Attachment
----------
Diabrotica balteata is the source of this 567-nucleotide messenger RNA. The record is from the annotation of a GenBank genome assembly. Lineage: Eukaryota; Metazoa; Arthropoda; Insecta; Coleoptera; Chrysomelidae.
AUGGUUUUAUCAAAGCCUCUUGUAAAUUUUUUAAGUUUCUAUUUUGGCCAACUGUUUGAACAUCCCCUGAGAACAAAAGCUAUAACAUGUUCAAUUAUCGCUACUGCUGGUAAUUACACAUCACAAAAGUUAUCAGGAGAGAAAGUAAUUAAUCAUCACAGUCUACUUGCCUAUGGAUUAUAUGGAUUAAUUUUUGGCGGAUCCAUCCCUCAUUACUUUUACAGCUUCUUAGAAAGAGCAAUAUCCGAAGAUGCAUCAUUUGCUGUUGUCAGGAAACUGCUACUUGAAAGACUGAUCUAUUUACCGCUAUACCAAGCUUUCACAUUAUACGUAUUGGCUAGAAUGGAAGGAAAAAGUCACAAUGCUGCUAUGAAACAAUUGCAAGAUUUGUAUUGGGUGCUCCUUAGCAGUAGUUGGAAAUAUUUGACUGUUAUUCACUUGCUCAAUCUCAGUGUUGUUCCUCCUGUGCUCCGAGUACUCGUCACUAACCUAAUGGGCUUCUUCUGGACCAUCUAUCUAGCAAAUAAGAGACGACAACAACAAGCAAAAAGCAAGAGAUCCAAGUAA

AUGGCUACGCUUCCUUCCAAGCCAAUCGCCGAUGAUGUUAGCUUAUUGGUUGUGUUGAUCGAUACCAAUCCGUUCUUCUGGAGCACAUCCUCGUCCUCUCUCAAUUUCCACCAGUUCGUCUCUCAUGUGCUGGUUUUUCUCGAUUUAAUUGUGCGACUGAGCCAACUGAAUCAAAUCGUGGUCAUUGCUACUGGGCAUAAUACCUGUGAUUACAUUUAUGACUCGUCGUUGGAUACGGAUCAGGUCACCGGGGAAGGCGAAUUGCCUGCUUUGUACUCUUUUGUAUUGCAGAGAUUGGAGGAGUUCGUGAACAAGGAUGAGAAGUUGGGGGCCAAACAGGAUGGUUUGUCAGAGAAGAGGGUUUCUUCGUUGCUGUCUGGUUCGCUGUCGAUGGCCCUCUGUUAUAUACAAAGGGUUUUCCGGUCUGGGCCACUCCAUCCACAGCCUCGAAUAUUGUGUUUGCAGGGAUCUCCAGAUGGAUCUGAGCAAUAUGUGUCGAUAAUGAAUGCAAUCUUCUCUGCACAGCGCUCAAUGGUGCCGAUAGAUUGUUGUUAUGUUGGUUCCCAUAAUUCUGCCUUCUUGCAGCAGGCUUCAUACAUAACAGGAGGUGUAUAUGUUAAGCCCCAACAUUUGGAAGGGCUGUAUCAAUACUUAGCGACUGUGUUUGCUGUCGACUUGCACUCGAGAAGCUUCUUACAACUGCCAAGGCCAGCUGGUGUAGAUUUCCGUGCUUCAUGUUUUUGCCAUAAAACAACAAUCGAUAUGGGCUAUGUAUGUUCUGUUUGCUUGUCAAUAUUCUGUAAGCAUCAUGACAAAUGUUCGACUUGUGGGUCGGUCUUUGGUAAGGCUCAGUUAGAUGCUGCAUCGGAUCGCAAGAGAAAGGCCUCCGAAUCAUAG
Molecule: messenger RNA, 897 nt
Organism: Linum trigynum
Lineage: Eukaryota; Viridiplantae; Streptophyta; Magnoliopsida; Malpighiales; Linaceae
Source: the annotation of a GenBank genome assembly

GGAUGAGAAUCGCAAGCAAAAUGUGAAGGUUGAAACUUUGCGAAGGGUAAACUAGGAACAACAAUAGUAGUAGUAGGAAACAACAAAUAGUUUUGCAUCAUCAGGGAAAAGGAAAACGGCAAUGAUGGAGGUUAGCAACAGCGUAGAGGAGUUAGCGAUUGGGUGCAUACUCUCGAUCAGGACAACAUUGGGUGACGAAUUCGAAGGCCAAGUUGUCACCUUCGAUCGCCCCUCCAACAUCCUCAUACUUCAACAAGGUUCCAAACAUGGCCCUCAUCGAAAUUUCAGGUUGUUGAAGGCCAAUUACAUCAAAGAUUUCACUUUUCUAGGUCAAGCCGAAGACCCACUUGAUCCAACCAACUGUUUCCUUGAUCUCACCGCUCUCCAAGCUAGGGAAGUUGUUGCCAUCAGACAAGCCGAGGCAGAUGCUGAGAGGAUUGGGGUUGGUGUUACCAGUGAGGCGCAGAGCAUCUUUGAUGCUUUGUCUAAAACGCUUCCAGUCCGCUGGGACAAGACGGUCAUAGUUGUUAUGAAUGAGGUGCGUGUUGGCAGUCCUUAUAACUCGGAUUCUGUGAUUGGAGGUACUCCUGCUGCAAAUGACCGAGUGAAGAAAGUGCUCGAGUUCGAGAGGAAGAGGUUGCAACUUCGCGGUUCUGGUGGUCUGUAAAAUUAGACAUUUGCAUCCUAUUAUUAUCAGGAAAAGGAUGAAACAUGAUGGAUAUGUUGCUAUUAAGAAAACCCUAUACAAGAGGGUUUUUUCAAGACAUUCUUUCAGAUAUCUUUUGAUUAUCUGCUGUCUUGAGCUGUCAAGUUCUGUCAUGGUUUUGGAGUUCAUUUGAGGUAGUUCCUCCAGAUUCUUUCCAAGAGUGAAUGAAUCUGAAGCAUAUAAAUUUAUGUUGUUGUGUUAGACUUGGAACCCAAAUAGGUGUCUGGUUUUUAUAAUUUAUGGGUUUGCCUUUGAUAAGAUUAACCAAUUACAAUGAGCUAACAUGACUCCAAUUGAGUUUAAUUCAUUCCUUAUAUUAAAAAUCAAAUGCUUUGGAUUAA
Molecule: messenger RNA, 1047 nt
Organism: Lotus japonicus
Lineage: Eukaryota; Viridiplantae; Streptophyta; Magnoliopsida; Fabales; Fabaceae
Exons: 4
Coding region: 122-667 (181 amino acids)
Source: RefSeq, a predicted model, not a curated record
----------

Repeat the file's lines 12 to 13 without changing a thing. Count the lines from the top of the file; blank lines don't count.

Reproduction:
Exons: 4
Coding region: 122-667 (181 amino acids)